A tornado does not necessarily need to be visible; however, the extremely low pressure caused by the high wind speeds and rapid rotation usually causes water vapor in the air to condense into a visible condensation funnel. The tornado is the vortex of wind, not the condensation cloud.
A single storm may produce multiple tornadoes and mesocyclones. Tornadoes produced from the same storm are referred to as a tornado family. Sometimes multiple tornadoes from distinct mesocyclones occur at the same time.
Occasionally, several tornadoes are spawned from the same very large storm. If there is no break in their activity, this is considered a tornado outbreak, although there are various definitions. A period of several successive days with tornado outbreaks in the same general area (spawned by multiple weather systems) is a tornado outbreak sequence, occasionally called an extended tornado outbreak.
Sometimes, tornadoes happen in groups. 148 tornadoes struck on the same day in April 1974. Many towns in the midwestern United States and Canada were destroyed. More than 300 people died. They were hit by flying wrecks, buried under houses, and thrown by powerful winds. That day, students in Xenia, Ohio were practicing for a play on the auditorium stage. One girl looked out the window and saw the tornado. The students ran into the hall, covering their heads. A few seconds later, all the school buses flew right onto the stage.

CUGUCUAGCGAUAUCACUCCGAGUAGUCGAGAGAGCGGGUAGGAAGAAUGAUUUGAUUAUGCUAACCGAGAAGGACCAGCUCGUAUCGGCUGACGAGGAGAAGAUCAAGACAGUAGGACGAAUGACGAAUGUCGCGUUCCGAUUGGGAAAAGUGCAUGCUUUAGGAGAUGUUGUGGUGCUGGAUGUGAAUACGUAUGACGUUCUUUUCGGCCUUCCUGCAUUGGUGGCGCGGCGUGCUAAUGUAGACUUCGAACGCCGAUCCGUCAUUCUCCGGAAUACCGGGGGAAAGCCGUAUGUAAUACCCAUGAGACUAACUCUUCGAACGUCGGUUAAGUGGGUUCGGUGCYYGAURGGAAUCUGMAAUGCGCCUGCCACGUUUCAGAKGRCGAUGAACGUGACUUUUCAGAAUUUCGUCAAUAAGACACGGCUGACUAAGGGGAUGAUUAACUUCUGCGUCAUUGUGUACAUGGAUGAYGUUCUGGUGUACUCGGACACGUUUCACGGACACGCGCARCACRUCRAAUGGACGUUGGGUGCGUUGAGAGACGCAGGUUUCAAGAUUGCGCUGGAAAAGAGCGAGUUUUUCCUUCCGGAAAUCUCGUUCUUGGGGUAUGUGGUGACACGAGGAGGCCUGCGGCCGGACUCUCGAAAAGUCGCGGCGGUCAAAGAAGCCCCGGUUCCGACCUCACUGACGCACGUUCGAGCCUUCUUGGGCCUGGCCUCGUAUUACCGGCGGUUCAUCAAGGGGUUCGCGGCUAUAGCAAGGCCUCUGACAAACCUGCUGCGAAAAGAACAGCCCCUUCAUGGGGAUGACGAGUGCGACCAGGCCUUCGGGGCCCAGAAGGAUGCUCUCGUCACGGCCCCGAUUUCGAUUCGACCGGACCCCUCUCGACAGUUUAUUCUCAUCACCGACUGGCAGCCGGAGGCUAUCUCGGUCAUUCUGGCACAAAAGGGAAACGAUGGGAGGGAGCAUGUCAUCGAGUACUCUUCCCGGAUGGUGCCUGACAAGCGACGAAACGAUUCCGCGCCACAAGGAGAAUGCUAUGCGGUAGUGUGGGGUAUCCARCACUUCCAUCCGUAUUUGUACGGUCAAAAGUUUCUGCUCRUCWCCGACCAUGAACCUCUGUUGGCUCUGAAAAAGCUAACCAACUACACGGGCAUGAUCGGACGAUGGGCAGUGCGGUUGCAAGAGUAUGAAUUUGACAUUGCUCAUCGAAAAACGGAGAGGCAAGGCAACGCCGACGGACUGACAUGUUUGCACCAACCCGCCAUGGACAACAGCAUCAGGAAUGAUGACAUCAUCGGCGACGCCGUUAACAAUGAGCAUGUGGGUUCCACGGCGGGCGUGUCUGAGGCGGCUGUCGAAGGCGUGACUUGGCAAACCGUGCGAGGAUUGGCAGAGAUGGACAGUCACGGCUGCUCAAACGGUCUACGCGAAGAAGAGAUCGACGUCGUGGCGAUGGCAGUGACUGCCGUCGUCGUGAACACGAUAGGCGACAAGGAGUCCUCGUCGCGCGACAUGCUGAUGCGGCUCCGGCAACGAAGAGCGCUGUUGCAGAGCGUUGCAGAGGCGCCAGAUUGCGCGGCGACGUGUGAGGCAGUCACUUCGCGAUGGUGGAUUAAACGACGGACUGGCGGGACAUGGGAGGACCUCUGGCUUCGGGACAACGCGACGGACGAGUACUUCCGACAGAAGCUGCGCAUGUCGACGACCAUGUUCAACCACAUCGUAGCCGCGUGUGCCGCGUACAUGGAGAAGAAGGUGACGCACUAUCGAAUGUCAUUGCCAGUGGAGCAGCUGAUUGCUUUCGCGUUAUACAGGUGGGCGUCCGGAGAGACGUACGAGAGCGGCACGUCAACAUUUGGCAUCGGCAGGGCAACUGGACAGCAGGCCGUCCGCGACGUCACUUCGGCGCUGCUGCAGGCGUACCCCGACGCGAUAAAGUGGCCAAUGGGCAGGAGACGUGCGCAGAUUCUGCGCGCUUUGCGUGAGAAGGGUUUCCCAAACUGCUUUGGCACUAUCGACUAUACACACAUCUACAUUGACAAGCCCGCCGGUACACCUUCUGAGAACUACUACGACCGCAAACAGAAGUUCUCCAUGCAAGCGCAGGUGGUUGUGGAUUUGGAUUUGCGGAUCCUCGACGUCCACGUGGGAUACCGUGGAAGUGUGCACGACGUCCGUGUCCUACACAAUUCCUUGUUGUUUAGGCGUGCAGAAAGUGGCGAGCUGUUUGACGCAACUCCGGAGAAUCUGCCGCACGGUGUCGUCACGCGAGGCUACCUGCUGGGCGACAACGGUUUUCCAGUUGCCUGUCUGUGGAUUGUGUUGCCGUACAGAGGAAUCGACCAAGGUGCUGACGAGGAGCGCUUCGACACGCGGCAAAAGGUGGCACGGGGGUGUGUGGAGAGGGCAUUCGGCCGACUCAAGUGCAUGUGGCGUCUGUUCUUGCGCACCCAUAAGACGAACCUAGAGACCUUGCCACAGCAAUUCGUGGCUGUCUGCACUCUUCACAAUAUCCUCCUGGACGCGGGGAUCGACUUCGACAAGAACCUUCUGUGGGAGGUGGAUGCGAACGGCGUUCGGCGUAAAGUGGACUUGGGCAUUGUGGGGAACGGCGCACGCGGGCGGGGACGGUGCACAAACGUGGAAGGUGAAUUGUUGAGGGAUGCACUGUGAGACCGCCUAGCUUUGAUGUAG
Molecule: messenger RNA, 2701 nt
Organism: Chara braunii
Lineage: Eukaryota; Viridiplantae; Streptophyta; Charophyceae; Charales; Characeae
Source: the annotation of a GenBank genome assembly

A man in another town hid under the couch in his living room. He held onto one couch leg. The tornado struck his house, and winds blew around him. When the tornado left, he was outside. There was no house. The couch had disappeared, and he was only holding onto one couch leg.
The Fujita scale and the Enhanced Fujita Scale rate tornadoes by how much damage they cause. The Enhanced Fujita (EF) Scale was an update to the older Fujita scale. The updated scale uses engineered wind estimates and has better damage descriptions. The EF Scale was designed so that a tornado rated on the Fujita scale would get the same numerical rating, and was used in the United States since 2007. An EF0 tornado will probably damage trees but not big buildings, whereas an EF5 tornado can rip buildings off their foundations leaving them destroyed and even damage big skyscrapers.
In the United States, 80% of tornadoes are EF0 and EF1 (T0 through T3) tornadoes. Less than 1% of tornadoes are violent tornadoes (EF4, T8 or stronger).